In the last decade, VC funding has accelerated quickly, creating extremely complex markets – visualized in a LUMAscape like this. This year, we expect to see the trend again, and it will become even more challenging for B2B Tech companies to stand out.

So how do these companies position themselves with distinction and create a compelling brand that generates more leads, closes leads faster, and shortens sales cycles? They get savvy about the way they talk about their company and products.

Sound simple? Yes, and no.

This means building a Brand Messaging framework, and it encompases a broad set of messaging and positioning activities to identify what makes them valuable to their audiences and different from their competitors. All this flows down to their brand and product marketing strategies and Go To Market planning (GTM). To be clear, it can also include visual identity or “branding.”

More often than not, the way a company talks about its brand and product evolves from investor decks, product descriptions, or sales pitches. But, when it’s time to take the message broader and see how it reacts “in the wild,” the company will see confusion, or worse, ambivalence. An end customer has different priorities than an investor, and rehashing the same messages does not necessarily convey how awesome that “thing” they built is. The WIIFM or “what’s in it for me?” is not clear.

When a company hits this point, it’s important to take a step back. If the corporate and product positioning and messaging haven’t been refreshed in a while — or ever — it’s time to use an evolved and pressure-tested framework to reset Brand Messaging. A messaging framework is the blueprint for the story and tone to describe a company, its products, people, and future. This can range from vision, mission, brand personality, and elevator pitch to unique value propositions, boilerplate, product messaging, launch messaging, and beyond. A compelling message, built on specific criteria, delivers real impact across the organization.

The implications of a well-executed brand message framework go beyond the elevator pitch.  From websites, sales decks, search results, and infographics, to analyst briefings, product videos, corporate communications, and customer success training. There isn’t much in a company that isn’t impacted by the brand messaging framework.

However, companies often take shortcuts or don’t have a structured process to build one.Here’s an example: 

Shifting Focus Through Messaging

Let’s start by picturing a fictional B2B technology Founder and CEO.

Her name is Eileen, and she’s the CEO of AutoTronic, a RaaS (Robots as a Service) sector rising star. After getting her Masters in Cognitive Robotics, she developed an automation solution for retailers. For the first two years, AutoTronic’s RaaS found rapid growth with large retailers who used the platform for just-in-time inventory checks for re-ordering. Eileen’s first clients were people she knew from her days in academia. She had a lot of things going for her — they had the relationship, trust, and they spoke the same language.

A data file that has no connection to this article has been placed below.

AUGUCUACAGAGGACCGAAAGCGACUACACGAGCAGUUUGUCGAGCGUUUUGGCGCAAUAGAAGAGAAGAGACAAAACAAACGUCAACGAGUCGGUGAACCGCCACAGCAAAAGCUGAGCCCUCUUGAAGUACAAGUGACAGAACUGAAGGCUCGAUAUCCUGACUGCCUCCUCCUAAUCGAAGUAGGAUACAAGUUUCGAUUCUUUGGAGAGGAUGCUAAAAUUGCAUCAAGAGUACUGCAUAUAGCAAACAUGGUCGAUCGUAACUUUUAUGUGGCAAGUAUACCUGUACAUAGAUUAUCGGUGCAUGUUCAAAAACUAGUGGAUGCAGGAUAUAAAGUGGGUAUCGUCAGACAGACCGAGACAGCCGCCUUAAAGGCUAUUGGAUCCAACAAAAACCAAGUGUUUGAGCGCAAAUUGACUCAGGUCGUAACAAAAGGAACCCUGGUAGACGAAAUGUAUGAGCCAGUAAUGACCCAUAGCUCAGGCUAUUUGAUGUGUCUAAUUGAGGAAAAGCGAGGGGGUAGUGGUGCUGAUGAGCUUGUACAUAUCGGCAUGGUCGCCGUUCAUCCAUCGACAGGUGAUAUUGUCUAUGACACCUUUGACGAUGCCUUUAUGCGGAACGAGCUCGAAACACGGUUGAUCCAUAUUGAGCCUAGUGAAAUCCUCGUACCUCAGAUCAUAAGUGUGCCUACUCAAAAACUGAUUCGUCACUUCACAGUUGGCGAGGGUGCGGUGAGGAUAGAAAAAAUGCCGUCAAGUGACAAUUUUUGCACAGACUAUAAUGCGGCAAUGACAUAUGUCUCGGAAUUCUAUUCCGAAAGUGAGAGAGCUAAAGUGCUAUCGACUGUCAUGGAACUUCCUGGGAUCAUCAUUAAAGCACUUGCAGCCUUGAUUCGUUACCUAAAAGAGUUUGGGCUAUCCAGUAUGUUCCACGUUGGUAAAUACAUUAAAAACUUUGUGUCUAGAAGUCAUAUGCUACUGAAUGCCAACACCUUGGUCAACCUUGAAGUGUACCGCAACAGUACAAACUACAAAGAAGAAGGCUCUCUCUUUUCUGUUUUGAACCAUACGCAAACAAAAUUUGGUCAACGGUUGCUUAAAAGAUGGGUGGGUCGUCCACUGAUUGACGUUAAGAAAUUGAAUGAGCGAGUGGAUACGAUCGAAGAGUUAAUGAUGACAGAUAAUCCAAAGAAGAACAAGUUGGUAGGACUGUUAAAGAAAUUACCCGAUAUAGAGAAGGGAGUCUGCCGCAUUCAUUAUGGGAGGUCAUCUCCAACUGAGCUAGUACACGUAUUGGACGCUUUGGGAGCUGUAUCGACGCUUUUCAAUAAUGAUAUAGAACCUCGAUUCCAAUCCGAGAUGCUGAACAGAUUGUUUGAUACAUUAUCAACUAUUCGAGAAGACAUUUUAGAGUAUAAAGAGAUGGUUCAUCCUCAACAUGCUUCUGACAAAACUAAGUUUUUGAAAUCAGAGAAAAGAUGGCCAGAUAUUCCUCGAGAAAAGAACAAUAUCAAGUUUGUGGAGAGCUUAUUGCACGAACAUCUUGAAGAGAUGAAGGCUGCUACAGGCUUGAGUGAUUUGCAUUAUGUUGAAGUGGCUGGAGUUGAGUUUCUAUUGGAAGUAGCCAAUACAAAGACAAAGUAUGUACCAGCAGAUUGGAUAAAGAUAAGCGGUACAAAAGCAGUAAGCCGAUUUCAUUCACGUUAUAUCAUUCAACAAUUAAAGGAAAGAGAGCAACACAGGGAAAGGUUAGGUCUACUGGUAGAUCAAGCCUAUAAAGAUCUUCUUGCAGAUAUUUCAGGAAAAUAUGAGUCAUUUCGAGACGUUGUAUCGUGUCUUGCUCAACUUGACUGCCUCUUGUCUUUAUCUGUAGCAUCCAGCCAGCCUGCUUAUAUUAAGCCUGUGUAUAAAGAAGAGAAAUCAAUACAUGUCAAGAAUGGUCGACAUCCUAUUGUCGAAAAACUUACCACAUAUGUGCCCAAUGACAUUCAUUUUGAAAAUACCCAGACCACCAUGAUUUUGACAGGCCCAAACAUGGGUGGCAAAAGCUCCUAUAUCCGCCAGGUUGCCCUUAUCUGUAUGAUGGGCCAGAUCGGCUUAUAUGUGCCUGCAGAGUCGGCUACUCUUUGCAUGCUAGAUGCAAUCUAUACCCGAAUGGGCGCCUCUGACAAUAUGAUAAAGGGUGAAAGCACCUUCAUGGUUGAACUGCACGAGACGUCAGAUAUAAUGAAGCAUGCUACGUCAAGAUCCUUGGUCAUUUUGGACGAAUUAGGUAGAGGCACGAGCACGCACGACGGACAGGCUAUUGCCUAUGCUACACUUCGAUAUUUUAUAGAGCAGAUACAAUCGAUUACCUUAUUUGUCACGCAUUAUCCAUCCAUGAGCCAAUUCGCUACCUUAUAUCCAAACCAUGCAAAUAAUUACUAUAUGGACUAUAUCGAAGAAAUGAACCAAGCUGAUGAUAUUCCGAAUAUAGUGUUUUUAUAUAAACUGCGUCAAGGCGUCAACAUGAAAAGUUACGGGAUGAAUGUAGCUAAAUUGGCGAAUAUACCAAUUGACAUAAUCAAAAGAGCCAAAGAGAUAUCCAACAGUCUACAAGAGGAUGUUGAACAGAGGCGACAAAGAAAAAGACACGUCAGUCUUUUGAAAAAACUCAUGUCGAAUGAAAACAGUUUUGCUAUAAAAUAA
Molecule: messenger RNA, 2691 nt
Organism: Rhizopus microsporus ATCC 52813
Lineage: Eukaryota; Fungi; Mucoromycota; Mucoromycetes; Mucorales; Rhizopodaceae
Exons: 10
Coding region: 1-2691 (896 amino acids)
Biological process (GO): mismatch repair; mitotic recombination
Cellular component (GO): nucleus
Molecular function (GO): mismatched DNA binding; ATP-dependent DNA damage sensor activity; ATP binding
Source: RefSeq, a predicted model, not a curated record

When Eileen decided to leverage the success her company saw in retail and position AutoTronic as a security solution for workplaces, she was baffled at how difficult it was to scale. Clearly, the product has proven its value, why isn’t this new segment responding in the same way?

All of the sudden, the Marketing team was missing KPI benchmarks, the sales team couldn’t close deals without senior sales support, and industry analysts weren’t interested in the company or its solution.

The company was struggling to communicate effectively with the audiences in the new marketplace.

Seeking a Solution

What our fictional CEO Eileen needs to do is stop for a moment and evaluate the communication architecture.Brand messaging and positioning are essentially the “translation” between what the company has built and why anyone should care (i.e. buy the product and/or service). But it isn’t just flowery words. The right process takes into consideration the critical elements of the competitors, the market, and industry trends. At this point, it can be essential to have a third party that can see Eileen’s brilliance without bias, challenge her company’s value, and ensure her message hits the right mark.

In our experience, CEOs and their product chiefs have the product that they’ve built as the “WHAT” that they’re going to sell. But that’s not how the customer sees it. They need to grasp “HOW” it makes their customers’ lives better, and that’s where experienced messaging comes in.

That’s the first thing we say to Founders: “You didn’t create a product that can do X. You created X that can solve Y — and we need to build a Messaging framework to extract that.”

If Eileen (wasn’t fictional, and) came to us at The StartUp Markter, we’d research AutoTronic’s competitive set and ideal customer profile (ICP). Then, we would take the team through precise workshops to uncover brand personality and brand positioning, and hone in on the differentiators and UVPs that make AutoTronic stand out in its new market.

With careful crafting, the end result is a Brand Messaging framework for the company and brand, along with A/B testing to validate the message in market, and a content strategy activated across various channels.

We highlight the superpowers of our clients by constructing their Brand Messaging and proving that it works. That’s where we help Founders stand out — and succeed.

Before you go:
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The Strategic Art of Prioritization: A Startup Marketer’s Compass to Success

Learn how startup marketers can perfect the art and science of prioritization in this StartUp Marketer blog post.

Back to Basics: Unveiling Startup Marketing’s Fundamentals

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